Sunday, March 8, 2009

Bands I Love: Clutch - Part 2

So I love Clutch, and rather then write a long story about my love for them (which I will get to eventually) I am just going to post a list of my favorite songs of theirs. Now by favorite I mean about 40, they have so many amazing songs.
(The bolded songs are my choices)
By Album:
Pure Rock Fury
Pure Rock Fury continued on the path of their previous album, Jam Room, although with added success. It still holds onto the raw rock/metal sound, but is much better produced. Still in the vein of stoner rock, this album is the stepping stone to the groove-oriented band that they become with their next few releases. "Pure Rock Fury" is a balls-to-the-wall shout-at-the-top-of-your-lungs kind of song. "Open Up the Border" and the updated version of "Sinkemlow" are nice groove songs. "Careful With That Mic..." is Clutch's only(to date) rap song. It sounds odd to say, but it is actually quite good. It's all about how other bands rely on repeating lyrics and catchy gimmicks to make it big, while bands like Clutch are constantly re-inventing themselves. A very true statement, looking at the next three releases.

  1. "American Sleep" – 4:18
  2. "Pure Rock Fury" – 3:21
  3. "Open Up The Border" – 3:45
  4. "Careful With That Mic..." – 3:27
  5. "Red Horse Rainbow" – 5:58
  6. "The Great Outdoors!" – 3:47
  7. "Smoke Banshee" – 3:33
  8. "Frankenstein" – 5:41
  9. "Sinkemlow" – 3:55
  10. "Immortal" – 3:39
  11. "Brazenhead" – 6:28
  12. "Drink To The Dead" – 5:58
Blast Tyrant
Blast Tyrant was the first Clutch album to fully embrace rock and funk into it's sound. This is one of my favorite albums by them, as you can see almost every song is good. The entire album is in the same key and overall groove sound, and as such it is easy to pick out songs off of this album. Some stand-outs include "Profits of Doom," "The Mob Goes Wild,' "Cypress Grove," "The Regulator," and "Ghost." "The Regulator," and "Ghost" are in battle for my favorite Clutch song, each one is amazing. I love the opening tri-guitar riff in"The Regulator," and I love the lyrics in "Ghost." Too difficult to choose.
  1. "Mercury" – 3:00
  2. "Profits of Doom" – 3:12
  3. "The Mob Goes Wild" – 3:32
  4. "Cypress Grove" – 2:45
  5. "Promoter (of Earthbound Causes)" – 3:14
  6. "The Regulator" – 5:25
  7. "Worm Drink" – 3:13
  8. "Army of Bono" – 4:36
  9. "Spleen Merchant" – 2:38
  10. "(In the Wake of) The Swollen Goat" – 3:01
  11. "Weathermaker" – 0:47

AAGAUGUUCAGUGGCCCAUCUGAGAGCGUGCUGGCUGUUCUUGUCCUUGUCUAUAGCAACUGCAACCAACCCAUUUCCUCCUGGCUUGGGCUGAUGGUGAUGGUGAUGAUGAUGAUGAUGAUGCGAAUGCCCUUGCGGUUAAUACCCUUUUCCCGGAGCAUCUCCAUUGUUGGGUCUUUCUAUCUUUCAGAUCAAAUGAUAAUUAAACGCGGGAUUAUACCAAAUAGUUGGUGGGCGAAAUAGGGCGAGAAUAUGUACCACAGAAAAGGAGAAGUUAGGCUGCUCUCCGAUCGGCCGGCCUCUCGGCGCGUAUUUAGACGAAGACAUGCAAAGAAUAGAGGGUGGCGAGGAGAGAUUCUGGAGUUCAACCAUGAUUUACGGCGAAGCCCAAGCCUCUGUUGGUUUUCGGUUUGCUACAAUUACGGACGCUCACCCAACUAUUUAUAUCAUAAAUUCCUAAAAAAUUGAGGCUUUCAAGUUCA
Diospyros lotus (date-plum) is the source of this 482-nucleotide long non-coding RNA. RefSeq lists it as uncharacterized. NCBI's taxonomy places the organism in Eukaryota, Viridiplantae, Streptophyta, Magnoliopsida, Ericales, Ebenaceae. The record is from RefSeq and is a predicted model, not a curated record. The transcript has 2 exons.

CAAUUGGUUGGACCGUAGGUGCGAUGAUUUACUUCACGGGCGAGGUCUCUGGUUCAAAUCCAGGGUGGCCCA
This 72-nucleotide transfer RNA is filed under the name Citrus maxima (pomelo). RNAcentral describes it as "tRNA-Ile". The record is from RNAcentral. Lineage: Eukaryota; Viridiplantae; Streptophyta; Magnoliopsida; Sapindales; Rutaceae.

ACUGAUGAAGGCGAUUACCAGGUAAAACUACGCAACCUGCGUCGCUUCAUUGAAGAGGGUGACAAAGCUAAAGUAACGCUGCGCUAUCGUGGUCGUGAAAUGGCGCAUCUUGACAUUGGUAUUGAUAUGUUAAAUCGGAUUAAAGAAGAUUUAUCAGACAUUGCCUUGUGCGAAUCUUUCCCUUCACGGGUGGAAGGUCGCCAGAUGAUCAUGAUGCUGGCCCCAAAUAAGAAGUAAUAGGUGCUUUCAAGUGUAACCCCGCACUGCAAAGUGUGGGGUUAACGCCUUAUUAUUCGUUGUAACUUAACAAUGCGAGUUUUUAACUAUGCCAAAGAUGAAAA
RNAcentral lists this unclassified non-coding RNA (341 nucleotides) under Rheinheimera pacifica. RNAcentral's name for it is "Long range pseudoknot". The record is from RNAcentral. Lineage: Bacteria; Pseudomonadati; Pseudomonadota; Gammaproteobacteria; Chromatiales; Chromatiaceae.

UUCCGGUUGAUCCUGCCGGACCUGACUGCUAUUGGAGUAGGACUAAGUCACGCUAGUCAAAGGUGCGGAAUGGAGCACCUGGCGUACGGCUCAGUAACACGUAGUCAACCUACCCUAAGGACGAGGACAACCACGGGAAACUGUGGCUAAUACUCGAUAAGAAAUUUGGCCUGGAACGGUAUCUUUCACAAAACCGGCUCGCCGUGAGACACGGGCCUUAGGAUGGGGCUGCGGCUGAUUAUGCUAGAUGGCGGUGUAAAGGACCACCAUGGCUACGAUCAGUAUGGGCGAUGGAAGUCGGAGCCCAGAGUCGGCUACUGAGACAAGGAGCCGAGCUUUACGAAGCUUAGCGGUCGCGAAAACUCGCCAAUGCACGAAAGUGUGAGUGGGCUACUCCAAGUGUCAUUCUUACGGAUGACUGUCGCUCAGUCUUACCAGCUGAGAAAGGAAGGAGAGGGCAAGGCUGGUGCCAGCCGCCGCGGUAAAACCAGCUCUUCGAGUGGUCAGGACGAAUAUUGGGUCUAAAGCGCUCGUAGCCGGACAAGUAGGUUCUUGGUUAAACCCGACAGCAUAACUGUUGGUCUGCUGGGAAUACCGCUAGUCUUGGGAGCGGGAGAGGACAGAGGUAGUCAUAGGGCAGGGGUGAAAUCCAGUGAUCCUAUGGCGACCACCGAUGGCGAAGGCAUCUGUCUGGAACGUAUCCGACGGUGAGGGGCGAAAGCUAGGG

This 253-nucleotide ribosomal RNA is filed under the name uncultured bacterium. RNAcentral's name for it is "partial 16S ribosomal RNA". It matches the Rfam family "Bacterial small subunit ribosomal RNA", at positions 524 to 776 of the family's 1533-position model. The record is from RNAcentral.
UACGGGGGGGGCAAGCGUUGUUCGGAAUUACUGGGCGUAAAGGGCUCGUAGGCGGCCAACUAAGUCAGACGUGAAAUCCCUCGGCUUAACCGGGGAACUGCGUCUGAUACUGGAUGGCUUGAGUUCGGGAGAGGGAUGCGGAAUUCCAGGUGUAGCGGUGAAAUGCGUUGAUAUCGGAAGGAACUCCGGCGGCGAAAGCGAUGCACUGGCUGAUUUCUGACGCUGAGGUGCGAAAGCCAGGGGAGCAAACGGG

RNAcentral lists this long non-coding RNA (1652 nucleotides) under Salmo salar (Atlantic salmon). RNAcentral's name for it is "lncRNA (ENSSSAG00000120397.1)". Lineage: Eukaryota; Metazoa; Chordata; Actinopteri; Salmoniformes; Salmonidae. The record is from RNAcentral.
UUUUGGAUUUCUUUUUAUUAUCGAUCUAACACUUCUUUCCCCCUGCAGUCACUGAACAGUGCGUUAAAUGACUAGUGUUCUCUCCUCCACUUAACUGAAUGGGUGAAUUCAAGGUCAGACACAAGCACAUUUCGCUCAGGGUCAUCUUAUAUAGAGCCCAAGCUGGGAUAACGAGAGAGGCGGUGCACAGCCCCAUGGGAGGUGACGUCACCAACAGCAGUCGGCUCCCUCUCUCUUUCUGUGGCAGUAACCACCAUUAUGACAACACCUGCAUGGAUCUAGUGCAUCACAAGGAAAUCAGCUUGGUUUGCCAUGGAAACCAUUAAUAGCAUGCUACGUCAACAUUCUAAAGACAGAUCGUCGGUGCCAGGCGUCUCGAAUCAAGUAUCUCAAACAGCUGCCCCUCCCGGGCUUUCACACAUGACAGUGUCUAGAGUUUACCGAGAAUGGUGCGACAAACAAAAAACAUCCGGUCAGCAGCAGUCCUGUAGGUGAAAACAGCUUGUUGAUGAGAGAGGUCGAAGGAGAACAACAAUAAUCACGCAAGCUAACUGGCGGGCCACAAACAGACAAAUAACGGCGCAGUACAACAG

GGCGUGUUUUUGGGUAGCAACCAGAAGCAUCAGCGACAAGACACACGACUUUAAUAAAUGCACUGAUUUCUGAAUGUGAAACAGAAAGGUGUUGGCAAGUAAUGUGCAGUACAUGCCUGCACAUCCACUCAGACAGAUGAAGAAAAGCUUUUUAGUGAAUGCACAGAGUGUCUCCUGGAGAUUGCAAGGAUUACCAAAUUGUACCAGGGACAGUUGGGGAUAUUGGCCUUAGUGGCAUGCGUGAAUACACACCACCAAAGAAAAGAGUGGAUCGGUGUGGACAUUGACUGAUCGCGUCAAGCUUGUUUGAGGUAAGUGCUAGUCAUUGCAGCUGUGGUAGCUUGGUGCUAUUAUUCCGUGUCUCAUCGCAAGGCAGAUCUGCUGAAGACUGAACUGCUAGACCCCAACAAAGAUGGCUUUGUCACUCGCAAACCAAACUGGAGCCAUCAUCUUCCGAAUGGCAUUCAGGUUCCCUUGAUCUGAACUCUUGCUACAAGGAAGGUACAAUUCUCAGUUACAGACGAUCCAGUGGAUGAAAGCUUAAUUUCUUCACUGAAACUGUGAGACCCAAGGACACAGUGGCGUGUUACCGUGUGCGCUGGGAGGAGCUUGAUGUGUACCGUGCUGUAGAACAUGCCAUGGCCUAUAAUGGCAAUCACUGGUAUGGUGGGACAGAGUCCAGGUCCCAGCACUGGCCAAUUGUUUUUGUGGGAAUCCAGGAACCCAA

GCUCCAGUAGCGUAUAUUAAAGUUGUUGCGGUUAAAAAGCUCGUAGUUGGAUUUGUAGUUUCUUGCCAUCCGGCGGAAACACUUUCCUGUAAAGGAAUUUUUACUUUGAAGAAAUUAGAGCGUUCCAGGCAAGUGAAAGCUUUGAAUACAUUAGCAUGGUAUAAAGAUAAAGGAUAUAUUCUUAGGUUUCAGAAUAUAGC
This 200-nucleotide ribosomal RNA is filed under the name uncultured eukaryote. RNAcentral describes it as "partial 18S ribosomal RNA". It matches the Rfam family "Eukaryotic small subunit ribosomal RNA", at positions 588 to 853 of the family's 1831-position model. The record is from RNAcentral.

12. "Subtle Hustle" – 2:46
  13. "Ghost" – 4:37
  14. "(Notes from the Trial of) La Curandera" – 5:49
  15. "WYSIWYG" – 5:45
Robot Hive/Exodus
song I heard, thanks to my Dad's Robot Hive/Exodus was the first Clutch album that I owned, and the song "10001110101" was the very first song I heard, due to my Dad's Sirus Satellite Radio. And although this album has less memorable songs then Blast Tyrant, it is my favorite album by them. Listening to every song back-to-back is more of an experience then their other discs. Robot Hive/Exodus seems to be more religiously oriented than any other Clutch CD, with the songs "Burning Beard," "Gullah," and "Mice And Gods" touching on some sort of religion either explicitly or implicitly. This is also the first album that features keyboards, having added the instrument to the band. Because of this new instrument, the keyboards are very heavy in some of the songs, something that I think goes well with the subject matter on this album. "10001110101" is a whimsical song about nothing. All of the lyrics are random, and have no purpose. But it still is a great song.

  1. "The Incomparable Mr. Flannery" – 3:43
  2. "Burning Beard" – 4:00
  3. "Gullah" – 4:24
  4. "Mice and Gods" – 3:55
  5. "Pulaski Skyway" – 4:09
  6. "Never Be Moved" – 4:04
  7. "10001110101" – 5:00
  8. "Small Upsetters" – 2:38
  9. "Circus Maximus" – 3:42
  10. "Tripping The Alarm" – 2:25
  11. "10,000 Witnesses" – 3:29
  12. "Land Of Pleasant Living" – 4:06
  13. "Gravel Road" – 5:18
  14. "Who's Been Talking?" – 3:46
From Beale Street To Oblivion
Their most blues-oriented album, From Beale Street To Oblivion, was the first Clutch album to be released while I was a fan (the others being released prior to my knowing that the band existed). This album is my Dad's favorite (yes my Father is a Clutch fan too), because of the heavy blues lines and slower songs. While Robot Hive/Exodus favored the keyboard, From Beale Street To Oblivion favors the vocals. Many of the songs are stripped down to their bear minimum, with very little distortion on the guitars. The stand-out hit of the album, and also the first single, is "Electric Worry." This song reminds my Dad of Frank Zappa and The Mothers, with the deep vocals and the lone guitar-lick segments. I don't know much about Zappa, except for one or two of his albums, but I enjoy it for the song's music and lyrics. It's a love song of sorts, or a song after the love has ended.
  1. "You Can't Stop Progress" – 2:40
  2. "Power Player" – 3:06
  3. "The Devil & Me" – 3:57
  4. "White's Ferry" – 5:24
  5. "Child of the City" – 3:53
  6. "Electric Worry" – 5:14
  7. "One Eye Dollar" – 1:23
  8. "Rapture of Riddley Walker" – 4:09
  9. "When Vegans Attack" – 4:56
  10. "Opossum Minister" – 4:28
  11. "Black Umbrella" – 4:05
  12. "Mr. Shiny Cadillackness" – 5:11

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